Furness & Hewitt were also awarded the commission to design the main branch of the recently chartered Centennial Bank that was intended to be the financial agent for the Fair. Both the bank and the Art Academy were completed just before the grand opening of the Fair on May 10, 1876. There were two other significant examples of Furness’ designs, in addition to a number of new houses, that an American Architect correspondent in the October 14, 1876, issue recommended to visiting architects:
“(His building) not only depends upon its detail for effect, but the whole thing is itself a detail. There is not one of Mr. Furness’s more important buildings which is not full of interest; but the success of them is almost inversely as their size, and their strength in detail rather than in composition… Among the largest of his buildings are the new Fine Arts Building, and a building for a safe deposit company on Chestnut Street (the Guarantee Trust Building). It is in buildings of moderate size that Mr. Furness is seen at his best, where the effect aimed at is of variety and picturesqueness, rather than of monumental grandeur; which is another way of saying that his best work is rather decorative than architectural… a little arsenal on Twentieth-first Street, near Market (the First Troop Armory), a parapeted building of red and black brick on a basement of gray rubble, is designed with great spirit and signal success.”
As the author stated, it was Furness’ details, especially the way in which he manipulated Philadelphia’s red pressed brick in what seemed to be an unlimited number of details that caught the attention of not only the American Architect’s correspondent, but also of many of Chicago’s young architects who would play major roles in the 1880s.
In fact, American Architect’s correspondent C. H. Blackall in 1887 would credit the Philadelphia Fair as having “prepared the way for the architectural triumphs which have since been such a credit to” Chicago. To the extent that this statement was true, the great majority of influence asserted upon Chicago’s young architects by Philadelphia was the result of Furness’s independently thought-out designs that were complemented with his superbly crafted details in brick.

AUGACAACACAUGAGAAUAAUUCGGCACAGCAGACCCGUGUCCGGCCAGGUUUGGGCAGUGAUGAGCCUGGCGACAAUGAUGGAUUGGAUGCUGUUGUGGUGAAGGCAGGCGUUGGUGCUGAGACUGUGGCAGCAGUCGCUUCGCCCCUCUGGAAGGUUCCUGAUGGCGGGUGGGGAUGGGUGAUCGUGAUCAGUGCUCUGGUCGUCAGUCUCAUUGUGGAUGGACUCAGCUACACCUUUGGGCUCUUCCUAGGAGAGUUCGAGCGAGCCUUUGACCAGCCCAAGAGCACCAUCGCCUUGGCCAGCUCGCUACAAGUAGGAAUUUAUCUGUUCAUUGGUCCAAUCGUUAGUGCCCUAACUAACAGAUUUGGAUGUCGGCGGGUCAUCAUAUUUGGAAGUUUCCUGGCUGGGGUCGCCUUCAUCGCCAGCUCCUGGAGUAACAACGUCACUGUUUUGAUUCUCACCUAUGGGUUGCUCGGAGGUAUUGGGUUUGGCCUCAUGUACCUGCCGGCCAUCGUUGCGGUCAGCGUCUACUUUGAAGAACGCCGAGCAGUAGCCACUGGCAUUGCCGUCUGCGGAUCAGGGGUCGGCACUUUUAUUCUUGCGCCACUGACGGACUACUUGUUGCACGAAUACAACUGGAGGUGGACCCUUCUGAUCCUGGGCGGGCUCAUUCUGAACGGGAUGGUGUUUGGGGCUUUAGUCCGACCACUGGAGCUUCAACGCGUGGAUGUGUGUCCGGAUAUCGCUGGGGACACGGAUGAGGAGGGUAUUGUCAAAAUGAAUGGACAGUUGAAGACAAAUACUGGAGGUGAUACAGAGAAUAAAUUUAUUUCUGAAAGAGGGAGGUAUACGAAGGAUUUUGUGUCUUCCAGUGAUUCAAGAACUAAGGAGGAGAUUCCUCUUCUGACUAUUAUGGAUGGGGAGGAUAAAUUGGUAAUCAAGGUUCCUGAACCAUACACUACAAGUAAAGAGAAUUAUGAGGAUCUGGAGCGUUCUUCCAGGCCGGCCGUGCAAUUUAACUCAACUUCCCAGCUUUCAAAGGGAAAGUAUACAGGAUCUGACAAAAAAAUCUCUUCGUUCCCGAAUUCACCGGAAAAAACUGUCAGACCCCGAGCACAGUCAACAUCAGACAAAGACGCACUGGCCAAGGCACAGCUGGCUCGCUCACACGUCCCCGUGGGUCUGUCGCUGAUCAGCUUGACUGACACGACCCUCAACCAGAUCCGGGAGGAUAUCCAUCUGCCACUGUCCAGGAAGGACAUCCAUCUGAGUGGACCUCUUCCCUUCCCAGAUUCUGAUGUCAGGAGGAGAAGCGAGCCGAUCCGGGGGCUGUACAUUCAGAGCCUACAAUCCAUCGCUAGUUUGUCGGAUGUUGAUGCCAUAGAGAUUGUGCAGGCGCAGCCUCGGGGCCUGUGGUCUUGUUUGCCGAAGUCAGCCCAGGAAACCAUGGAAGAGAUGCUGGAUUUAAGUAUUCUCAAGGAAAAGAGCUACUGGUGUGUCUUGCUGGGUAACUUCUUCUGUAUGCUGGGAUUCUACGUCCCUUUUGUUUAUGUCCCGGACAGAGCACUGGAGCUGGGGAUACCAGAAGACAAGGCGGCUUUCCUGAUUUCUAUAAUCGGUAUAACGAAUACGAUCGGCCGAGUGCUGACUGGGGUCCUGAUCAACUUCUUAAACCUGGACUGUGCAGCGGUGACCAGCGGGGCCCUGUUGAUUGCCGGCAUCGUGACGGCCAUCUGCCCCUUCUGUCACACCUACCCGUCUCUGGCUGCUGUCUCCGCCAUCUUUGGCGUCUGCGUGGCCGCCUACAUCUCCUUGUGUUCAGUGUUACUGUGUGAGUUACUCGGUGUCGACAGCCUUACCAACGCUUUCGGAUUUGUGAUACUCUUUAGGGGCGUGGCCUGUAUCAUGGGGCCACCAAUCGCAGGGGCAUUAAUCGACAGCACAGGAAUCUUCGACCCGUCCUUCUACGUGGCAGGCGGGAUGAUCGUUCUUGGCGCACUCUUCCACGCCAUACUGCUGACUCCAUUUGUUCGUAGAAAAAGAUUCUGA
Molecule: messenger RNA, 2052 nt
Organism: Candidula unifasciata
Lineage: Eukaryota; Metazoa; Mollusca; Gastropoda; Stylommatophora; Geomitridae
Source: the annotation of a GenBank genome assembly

5.15. SUMMARY: HOW PHILADELPHIA INFLUENCED THE CHICAGO SCHOOL
Frank Furness would design over 600 buildings in Philadelphia and its local region until his death in 1912. As he grew more confident, they became more and more idiosyncratic, taking Labrouste’s Functional Expressionism to the extreme in generating new forms by breaking away from the bonds of symmetry, designing jarring juxtapositions of dissimilar forms that were generated for the function of each individual form. While these were accepted, and sometimes praised in his tolerant hometown, he was moving in the wrong direction, as H.H. Richardson was leading America’s architects to seek Owen Jones’ objective of “Repose” in both form and color. Furness’ work would fall into obscurity, until it began to be rediscovered and documented. This began with Lewis Mumford tracing the influences of Louis Sullivan in his 1931 The Brown Decades, and came full circle with Robert Venturi’s campaign to restore Furness to his rightful place in American architecture with his 1966 Complexity and Contradiction in Architecture, a title that could also be easily applied to Furness’ buildings.
As far as Furness’ influence on Chicago, the 17-year old prodigy Louis Sullivan, after having worked in the office for some six months, would take to Chicago in late 1873 Furness’ call/search for a modern American architecture as well as his design process in developing abstracted natural ornamental motifs. During his trip to the Fair, the 26-year old polymath John Root would absorb Furness’ mastery of brick detailing in his recently-completed buildings and employ these in Chicago’s first skyscrapers in the coming decade.
Lewis, Michael J. Frank Furness: Architecture and the Violent Mind. New York: Norton, 2001.
O’Gorman, James F. The Architecture of Frank Furness. Philadelphia: Philadelphia Museum of Art, 1973.
Twombly, Robert. Louis Sullivan: His Life & Work, Chicago: University of Chicago Press, 1986.
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